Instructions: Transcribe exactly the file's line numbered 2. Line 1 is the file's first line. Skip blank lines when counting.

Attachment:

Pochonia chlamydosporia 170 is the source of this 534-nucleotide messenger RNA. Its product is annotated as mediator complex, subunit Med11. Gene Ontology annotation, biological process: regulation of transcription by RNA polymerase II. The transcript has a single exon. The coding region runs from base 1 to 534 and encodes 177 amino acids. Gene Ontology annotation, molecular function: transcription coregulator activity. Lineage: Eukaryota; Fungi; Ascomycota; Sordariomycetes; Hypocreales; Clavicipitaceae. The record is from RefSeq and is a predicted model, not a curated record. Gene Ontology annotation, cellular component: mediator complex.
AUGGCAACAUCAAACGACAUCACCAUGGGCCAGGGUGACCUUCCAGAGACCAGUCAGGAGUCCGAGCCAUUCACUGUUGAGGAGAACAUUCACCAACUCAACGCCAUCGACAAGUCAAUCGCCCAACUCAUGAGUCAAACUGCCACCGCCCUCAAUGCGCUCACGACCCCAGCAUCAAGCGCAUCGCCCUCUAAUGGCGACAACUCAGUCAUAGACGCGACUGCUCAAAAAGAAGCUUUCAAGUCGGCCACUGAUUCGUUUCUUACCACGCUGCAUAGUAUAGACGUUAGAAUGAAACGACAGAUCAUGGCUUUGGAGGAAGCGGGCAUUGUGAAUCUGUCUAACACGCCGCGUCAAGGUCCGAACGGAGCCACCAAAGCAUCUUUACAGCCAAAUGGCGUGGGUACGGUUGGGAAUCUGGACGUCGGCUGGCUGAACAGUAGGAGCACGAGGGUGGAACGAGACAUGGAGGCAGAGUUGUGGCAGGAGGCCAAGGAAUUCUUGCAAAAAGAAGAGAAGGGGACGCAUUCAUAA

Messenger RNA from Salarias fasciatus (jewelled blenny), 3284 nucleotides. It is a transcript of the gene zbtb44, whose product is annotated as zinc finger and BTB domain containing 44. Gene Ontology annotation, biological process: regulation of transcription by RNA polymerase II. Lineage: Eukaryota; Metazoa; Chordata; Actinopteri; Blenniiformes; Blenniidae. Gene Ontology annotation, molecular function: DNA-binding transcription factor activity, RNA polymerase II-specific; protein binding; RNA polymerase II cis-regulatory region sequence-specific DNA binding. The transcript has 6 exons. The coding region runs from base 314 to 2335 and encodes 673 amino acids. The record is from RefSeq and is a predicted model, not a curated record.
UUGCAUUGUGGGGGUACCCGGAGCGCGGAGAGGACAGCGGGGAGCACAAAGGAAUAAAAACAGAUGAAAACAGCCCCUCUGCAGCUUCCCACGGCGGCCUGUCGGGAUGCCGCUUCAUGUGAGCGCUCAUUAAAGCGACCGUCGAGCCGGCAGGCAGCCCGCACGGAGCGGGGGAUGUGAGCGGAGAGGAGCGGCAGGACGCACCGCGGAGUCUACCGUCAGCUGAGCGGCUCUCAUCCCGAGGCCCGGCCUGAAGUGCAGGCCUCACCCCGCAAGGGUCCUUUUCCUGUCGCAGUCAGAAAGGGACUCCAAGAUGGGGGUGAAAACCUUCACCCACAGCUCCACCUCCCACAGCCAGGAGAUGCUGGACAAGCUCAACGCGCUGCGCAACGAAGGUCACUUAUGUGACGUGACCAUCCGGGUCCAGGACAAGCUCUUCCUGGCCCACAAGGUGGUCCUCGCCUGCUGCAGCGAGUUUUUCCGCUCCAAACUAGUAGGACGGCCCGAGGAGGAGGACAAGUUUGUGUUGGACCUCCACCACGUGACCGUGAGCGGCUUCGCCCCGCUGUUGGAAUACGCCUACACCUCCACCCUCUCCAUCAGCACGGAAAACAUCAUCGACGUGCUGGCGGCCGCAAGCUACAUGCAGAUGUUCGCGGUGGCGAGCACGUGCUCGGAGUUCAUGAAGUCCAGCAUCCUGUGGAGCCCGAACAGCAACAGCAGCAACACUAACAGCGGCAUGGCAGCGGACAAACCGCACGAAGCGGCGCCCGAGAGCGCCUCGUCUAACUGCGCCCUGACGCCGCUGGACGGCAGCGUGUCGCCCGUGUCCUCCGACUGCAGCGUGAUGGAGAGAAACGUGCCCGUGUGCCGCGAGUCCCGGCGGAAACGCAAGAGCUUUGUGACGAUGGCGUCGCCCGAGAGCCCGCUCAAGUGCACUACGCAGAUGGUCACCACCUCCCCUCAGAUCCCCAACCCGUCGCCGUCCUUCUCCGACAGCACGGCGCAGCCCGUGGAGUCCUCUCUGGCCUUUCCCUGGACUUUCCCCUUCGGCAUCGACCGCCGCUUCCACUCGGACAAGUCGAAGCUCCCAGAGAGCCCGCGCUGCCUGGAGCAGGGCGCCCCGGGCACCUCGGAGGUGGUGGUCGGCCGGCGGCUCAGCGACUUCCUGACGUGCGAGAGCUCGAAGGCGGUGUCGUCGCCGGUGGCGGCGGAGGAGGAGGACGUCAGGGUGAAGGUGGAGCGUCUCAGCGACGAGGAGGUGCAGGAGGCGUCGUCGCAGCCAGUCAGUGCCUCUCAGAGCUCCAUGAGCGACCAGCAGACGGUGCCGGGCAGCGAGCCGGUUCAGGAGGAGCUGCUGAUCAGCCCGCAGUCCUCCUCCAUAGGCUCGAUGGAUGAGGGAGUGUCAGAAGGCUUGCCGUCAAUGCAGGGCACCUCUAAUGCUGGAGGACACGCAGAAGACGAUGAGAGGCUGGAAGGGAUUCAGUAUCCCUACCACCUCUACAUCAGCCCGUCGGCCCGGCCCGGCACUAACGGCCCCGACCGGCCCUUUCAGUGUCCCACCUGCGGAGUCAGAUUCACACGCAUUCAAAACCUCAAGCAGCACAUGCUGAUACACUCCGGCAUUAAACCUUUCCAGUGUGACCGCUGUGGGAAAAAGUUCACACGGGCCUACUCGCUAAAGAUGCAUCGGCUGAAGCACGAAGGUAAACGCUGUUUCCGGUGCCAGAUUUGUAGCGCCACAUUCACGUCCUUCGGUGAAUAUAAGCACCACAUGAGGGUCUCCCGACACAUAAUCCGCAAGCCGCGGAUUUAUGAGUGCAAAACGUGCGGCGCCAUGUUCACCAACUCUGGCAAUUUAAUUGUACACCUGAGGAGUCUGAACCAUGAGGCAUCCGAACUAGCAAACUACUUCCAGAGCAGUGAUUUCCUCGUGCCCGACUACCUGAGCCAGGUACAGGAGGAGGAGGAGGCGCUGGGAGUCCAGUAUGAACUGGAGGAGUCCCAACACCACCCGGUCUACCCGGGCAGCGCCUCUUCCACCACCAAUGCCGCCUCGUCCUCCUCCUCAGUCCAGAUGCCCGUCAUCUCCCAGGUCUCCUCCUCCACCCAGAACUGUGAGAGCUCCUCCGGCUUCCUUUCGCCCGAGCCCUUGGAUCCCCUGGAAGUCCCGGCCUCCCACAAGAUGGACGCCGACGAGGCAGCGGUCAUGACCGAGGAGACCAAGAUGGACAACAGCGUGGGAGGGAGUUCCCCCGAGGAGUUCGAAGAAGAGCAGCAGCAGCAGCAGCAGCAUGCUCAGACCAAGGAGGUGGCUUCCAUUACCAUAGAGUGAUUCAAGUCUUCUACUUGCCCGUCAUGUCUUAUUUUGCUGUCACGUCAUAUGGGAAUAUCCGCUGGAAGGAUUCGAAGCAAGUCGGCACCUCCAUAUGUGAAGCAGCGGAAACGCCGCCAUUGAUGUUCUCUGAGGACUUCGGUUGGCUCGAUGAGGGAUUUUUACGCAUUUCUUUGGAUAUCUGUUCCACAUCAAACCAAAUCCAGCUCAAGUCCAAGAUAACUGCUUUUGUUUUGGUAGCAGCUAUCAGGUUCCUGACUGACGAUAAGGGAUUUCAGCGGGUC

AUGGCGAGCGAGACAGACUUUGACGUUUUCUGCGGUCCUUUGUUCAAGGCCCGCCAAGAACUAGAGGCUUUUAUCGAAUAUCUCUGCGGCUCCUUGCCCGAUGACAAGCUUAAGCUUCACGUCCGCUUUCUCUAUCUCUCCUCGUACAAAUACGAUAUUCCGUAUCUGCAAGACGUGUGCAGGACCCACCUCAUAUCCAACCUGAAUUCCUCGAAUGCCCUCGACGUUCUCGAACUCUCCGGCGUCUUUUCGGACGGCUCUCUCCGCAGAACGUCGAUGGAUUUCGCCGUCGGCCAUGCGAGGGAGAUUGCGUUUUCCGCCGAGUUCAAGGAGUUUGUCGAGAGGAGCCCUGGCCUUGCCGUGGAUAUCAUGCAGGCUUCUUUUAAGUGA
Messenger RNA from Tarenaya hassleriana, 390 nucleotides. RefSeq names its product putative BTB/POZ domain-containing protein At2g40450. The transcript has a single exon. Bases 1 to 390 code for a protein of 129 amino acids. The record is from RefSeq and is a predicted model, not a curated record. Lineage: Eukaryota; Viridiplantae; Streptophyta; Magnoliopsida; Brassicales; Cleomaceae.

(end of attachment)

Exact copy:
AUGGCAACAUCAAACGACAUCACCAUGGGCCAGGGUGACCUUCCAGAGACCAGUCAGGAGUCCGAGCCAUUCACUGUUGAGGAGAACAUUCACCAACUCAACGCCAUCGACAAGUCAAUCGCCCAACUCAUGAGUCAAACUGCCACCGCCCUCAAUGCGCUCACGACCCCAGCAUCAAGCGCAUCGCCCUCUAAUGGCGACAACUCAGUCAUAGACGCGACUGCUCAAAAAGAAGCUUUCAAGUCGGCCACUGAUUCGUUUCUUACCACGCUGCAUAGUAUAGACGUUAGAAUGAAACGACAGAUCAUGGCUUUGGAGGAAGCGGGCAUUGUGAAUCUGUCUAACACGCCGCGUCAAGGUCCGAACGGAGCCACCAAAGCAUCUUUACAGCCAAAUGGCGUGGGUACGGUUGGGAAUCUGGACGUCGGCUGGCUGAACAGUAGGAGCACGAGGGUGGAACGAGACAUGGAGGCAGAGUUGUGGCAGGAGGCCAAGGAAUUCUUGCAAAAAGAAGAGAAGGGGACGCAUUCAUAA